Winter at the farm is well… cold and boring.  The basic routine holds, we get here on Friday night (well after dark),  sleep in a bit since the sun rises late, and do what needs to be done.  Typically that is limited to feeding the cattle and running the fence lines to fix anything the deer have destroyed – maybe 4-5 hours of outdoor work a weekend. 

We have fallen into a routine of eating brats from the local HyVee for Saturday nights dinner – we are particularly fond of their pineapple ones.  Cooking them, especially when its snowing, can be a bit of challenge – since brats MUST, by definition, be done on the grill.  For the record, if it gets cold enough, propane grills don’t work, or at least not well…

Lets see, probably the three most memorable events from this winter were getting snowed in once (which the dog thought was great!).  It took me too hours to try and make it to the asphalt highway, about a mile away.  Ended up having to tow the pickup truck, with family on-board, with my tractor.  Ever time we got started rolling under its own power, we would get stuck.  Thought we would be OK – I have new M&S tires on the truck after all.  Just to make sure, I moved the truck up a few feet without problem.  Loaded the family, and spun in place.  Towed the truck a few hundred feet to the electric fence gate (mostly uphill), and managed to drive it our main gate – stuck again.  Got it onto the county gravel road and we managed to make about a 1/4 miles before we went sideways.  Walked back to farm, got the tractor, again, and towed it a bit farther.  Made it to within about 50 feet of the state highway… ALMOST couldn’t even tow it up that last 50 feet, but eventually we made it.  Of course, that meant I had to drive the tractor back to the farm and walk back to the truck – but a mile or so is just good exercise.

The next two are both Kubota RTV (seen parked next to the house) related.  We have a bad habit of leaving the keys in the tractor and RTV when we are here – its convenient, and you always have them when you need them.  Unfortunately, the RTV is Vixens (the dog’s) best buddy.  She sleeps on or under in, runs with it, barks at it, and rather demands we take it out of the storage shed the moment we arrive, even if it is 1am…  Well, apparently, while getting onboard, she rubbed against the key and turned it on.  By morning: dead battery (and another dozen hours on the engine meter, which is electric and doesn’t care if the engine is actually running, just if the key is on).  No problem… figured I’d jump it with the tractor.  Brought the tractor over and discovered that last fall I apparently ran a branch through the front grill and broke the battery.  For months, the tractor had been starting short one cell!  Not sure why, but I couldn’t jump.  Oh well, decided to focus on getting home and worry about it the next trip.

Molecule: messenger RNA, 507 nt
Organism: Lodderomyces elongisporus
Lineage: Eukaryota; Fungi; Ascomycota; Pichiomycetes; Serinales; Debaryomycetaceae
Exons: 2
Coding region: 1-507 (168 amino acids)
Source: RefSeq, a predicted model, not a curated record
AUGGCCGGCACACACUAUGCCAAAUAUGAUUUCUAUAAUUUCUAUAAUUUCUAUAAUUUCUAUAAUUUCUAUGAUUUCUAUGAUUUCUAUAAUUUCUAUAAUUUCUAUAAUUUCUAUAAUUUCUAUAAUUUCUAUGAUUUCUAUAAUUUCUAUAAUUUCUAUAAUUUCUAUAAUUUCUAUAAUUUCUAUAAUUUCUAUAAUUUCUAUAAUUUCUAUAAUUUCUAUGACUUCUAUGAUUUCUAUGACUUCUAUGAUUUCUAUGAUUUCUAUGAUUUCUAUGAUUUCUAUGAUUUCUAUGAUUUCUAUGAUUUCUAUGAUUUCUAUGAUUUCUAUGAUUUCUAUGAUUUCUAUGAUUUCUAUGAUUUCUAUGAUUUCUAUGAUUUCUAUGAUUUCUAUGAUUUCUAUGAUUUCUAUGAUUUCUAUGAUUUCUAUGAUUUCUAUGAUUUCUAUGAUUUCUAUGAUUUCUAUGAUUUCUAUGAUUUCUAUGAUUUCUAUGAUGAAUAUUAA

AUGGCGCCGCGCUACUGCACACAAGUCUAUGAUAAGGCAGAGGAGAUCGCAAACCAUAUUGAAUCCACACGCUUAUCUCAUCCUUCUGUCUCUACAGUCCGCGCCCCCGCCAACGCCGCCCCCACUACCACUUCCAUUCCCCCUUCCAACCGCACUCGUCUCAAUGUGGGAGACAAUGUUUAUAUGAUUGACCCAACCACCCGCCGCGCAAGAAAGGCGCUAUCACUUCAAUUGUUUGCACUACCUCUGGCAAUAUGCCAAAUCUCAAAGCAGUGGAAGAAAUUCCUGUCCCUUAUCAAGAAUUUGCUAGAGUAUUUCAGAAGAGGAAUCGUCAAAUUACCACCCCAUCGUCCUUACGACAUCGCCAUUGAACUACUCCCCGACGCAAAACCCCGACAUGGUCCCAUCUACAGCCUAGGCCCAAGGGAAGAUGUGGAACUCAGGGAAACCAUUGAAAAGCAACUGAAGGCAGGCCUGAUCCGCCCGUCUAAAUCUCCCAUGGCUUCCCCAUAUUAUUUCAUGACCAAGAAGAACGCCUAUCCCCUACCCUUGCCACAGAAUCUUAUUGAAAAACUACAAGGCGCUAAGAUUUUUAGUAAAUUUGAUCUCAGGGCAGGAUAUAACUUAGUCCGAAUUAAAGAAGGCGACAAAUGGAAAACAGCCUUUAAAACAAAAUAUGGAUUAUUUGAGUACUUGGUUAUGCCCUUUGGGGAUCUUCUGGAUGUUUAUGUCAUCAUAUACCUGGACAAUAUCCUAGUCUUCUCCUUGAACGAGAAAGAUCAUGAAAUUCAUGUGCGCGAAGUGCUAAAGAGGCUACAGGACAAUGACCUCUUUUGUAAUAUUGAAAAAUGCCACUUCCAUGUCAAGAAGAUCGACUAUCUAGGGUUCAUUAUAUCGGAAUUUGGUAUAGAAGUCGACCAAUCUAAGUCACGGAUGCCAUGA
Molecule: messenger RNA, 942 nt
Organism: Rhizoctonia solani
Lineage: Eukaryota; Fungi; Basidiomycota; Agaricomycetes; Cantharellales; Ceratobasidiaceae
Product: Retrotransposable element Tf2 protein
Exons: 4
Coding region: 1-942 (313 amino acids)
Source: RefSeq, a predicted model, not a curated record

The next trip’s priority was getting into town on Saturday before the local auto shop closed (~2pm ish).  We always try to work with the local family owned stores rather than the chains, and work with Missouri chains like Orschelns vs. the Home Depots and Walmarts of the world.  Turns out this was Valentine weekend, my mother-in-law was visiting from Russia, and agreed to stay in the city with the kids so that Evia and I could have a quiet weekend together.  We made the shop by about 1pm, and was greeted by a knowledgeable young man who ID’ed the battery from 10 feet away and offered me a replacement, walking into the back and grabbing one.  Bought a charger while we were there for the RTV, and then proceeded to the movie theater – the cows could wait until Sunday.  We ended up spending the rest of the day at the theater, watching 3 movies.  Evia is a big movie buff, so this was a great day for her.  Dinner was popcorn, hotdogs, and pickles washed down with soda (and I think beer with those dogs).  Of note, this was good timing.  Although it tried, the damaged battery had given its all, and could not start the tractor.  The replacement worked fine of course and Sunday saw to the feeding of the cattle.

Finally, the last chore of the season:  Figure out why the Kubota RTV was having such problems.  It was pretty apparently that either I was having a fuel pump problem, or something was clogging the line from the tank.  I never found any reference to an in-tank fuel pump online (although surprising, Google was failing me pretty badly on help with this issue), so I decided to remove the fuel tank and take a look.  That was pretty much an all day event (given the shortness of winter days), and involved disassembling the seat area of the RTV – seat had to come out, and the head rest, and the side panels, and finally access was available to get to the tank strap bolts and work it out.  Sloshed a half-gallon or so of diesel in the tank and dumped into a bucket… and out came a small pile of semi rotted leaves!  Rinced and repeated a few times until I didn’t see anything new coming out, and put it all back together again.  RTV started right up and has been running fine every since.  Vixen was thrilled, having been quite confused on why her friend wouldn’t run with her.